Netflix’s Live-Action ‘One Piece’ Is Loyal to a Fault: TV Review

In the realm of adaptations, the transition of anime and manga into live-action format has often been plagued by challenges, much like their counterparts based on video games. However, surprisingly, 2023 emerges as a pivotal year for both categories. HBO kickstarted the year with the premiere of “The Last of Us,” a gripping drama that masterfully translates the melancholic, character-driven essence of the 2013 zombie apocalypse game. Garnering enthusiastic reviews, impressive viewership, and numerous Emmy nominations, “The Last of Us” defied a longstanding trend of disappointment. A few months later, “The Super Mario Bros.” movie achieved similar box office success, though not entirely winning over critics.

Recognizing this shift, Netflix enters the scene with the launch of “One Piece,” a series adapted from Eiichiro Oda’s enduring manga saga. Past endeavors in this domain have faced mixed fortunes—a history Netflix is well-acquainted with. In addition to well-documented failures like “Ghost in the Shell” starring Scarlett Johansson and “Dragonball Evolution,” the streaming giant has also taken chances on projects like the critically-panned “Death Note” and the swiftly shelved “Cowboy Bebop.” Armed with substantial resources and a global footprint, Netflix is in an optimal position to reshape a cultural export such as “One Piece” for a fresh and diverse audience. Yet, drawing from past lessons, Netflix understands the intricate dynamics of dedicated fanbases, cautious stakeholders, and the intangible essence of animation that can complicate such endeavors.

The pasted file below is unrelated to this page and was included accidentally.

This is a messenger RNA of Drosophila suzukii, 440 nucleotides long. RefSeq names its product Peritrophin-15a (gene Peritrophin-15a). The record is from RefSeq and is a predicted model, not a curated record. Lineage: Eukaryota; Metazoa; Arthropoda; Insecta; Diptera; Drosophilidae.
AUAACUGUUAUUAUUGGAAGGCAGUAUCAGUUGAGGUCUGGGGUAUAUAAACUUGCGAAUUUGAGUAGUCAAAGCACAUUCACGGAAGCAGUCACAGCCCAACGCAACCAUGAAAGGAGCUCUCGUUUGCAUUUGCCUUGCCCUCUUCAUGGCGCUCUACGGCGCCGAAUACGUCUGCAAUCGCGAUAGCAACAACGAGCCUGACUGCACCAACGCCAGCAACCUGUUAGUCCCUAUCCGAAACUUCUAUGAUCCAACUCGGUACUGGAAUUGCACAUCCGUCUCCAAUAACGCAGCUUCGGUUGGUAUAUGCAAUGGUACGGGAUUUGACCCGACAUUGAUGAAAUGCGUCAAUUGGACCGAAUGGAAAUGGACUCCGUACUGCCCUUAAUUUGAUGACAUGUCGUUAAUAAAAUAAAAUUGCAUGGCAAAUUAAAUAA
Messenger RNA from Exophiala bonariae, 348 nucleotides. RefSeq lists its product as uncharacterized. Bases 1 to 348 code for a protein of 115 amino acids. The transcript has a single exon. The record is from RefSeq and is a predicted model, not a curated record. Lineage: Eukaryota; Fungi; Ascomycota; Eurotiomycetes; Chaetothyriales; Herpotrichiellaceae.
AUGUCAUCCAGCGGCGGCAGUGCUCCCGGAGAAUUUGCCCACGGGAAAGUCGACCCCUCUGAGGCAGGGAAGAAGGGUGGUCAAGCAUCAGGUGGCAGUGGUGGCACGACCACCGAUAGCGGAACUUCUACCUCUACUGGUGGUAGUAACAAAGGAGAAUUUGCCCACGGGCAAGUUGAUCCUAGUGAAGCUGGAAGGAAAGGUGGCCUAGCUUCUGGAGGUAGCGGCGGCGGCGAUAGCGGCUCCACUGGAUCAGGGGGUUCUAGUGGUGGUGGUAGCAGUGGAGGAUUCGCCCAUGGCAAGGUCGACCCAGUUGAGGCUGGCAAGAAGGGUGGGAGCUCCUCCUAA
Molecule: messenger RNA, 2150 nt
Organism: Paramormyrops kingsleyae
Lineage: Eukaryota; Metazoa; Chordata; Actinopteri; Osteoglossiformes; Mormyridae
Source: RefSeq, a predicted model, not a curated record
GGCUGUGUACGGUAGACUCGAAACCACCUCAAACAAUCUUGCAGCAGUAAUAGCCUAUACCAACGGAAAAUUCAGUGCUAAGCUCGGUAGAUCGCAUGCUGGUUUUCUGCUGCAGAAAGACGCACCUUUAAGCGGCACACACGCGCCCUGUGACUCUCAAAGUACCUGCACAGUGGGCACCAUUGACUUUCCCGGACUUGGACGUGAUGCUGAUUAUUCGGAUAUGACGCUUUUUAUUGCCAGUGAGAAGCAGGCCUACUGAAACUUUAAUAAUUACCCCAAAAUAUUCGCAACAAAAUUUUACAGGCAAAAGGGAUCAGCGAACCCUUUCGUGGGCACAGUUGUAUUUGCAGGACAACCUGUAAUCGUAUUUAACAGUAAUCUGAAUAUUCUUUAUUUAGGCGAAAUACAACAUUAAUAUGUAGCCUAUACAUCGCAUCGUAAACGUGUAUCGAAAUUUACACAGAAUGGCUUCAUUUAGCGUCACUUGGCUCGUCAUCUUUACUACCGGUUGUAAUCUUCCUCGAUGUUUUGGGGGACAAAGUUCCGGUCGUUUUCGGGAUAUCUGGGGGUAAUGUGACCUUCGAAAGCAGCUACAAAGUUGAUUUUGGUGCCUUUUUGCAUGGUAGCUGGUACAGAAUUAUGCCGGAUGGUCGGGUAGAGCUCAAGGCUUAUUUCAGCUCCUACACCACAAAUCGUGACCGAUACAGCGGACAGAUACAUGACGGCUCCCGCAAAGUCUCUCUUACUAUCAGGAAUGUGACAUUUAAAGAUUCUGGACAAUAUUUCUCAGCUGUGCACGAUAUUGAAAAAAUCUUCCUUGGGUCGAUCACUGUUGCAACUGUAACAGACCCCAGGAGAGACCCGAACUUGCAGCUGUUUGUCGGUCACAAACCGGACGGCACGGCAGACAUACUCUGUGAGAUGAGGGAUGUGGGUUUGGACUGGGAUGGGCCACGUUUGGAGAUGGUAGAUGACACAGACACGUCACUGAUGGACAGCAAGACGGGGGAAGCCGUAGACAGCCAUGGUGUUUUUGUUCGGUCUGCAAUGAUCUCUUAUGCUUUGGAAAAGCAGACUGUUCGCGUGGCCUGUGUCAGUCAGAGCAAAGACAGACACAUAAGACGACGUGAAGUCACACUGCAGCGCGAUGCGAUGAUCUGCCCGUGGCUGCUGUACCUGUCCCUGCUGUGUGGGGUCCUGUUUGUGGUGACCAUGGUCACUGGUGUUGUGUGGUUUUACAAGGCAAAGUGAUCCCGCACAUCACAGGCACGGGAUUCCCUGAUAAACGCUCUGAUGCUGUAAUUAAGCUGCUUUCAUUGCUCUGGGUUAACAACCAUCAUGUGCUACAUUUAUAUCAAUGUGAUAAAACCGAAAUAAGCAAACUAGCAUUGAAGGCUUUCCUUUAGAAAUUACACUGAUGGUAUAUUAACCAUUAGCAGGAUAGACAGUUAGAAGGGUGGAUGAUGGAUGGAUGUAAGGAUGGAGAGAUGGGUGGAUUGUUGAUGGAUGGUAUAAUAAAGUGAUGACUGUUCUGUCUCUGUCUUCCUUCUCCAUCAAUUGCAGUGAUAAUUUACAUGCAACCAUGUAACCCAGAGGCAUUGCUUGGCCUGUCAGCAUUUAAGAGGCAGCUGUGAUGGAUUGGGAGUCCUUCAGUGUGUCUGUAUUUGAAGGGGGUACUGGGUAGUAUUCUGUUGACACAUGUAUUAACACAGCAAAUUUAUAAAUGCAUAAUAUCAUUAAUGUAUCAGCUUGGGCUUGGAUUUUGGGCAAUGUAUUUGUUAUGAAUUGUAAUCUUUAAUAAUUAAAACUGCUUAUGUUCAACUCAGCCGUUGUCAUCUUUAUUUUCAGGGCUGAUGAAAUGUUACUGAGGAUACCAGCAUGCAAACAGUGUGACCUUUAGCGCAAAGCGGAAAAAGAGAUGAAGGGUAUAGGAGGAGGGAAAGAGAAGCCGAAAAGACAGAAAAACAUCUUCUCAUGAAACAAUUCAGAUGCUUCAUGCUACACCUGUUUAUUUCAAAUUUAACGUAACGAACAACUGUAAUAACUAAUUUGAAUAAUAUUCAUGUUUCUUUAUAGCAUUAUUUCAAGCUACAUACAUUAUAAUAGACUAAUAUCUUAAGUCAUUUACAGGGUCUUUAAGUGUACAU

Fortunately, “The Last of Us” now offers a promising blueprint to follow in the pursuit of successful adaptations.

In anticipation of this, Netflix has made thorough preparations. Eiichiro Oda, the creator, has publicly endorsed the season, while co-showrunners Matt Owens and Steven Maeda have molded the first 100 chapters of the manga into eight hour-long episodes. Subscribers have the option to either gear up or catch up, with 15 seasons of the “One Piece” anime already available for streaming. The show has cleverly capitalized on the fervent excitement generated at the Tudum fan event this summer, positioning “One Piece” to likely attain commercial triumph. This strategy aims to both satisfy devoted fans dedicated to fidelity to the original source and serve as an entry point for newcomers. However, despite its effectiveness as an homage and an introduction, this adaptation of “One Piece” remains ensnared by the challenge of recreating a world originally conceived for two-dimensional mediums.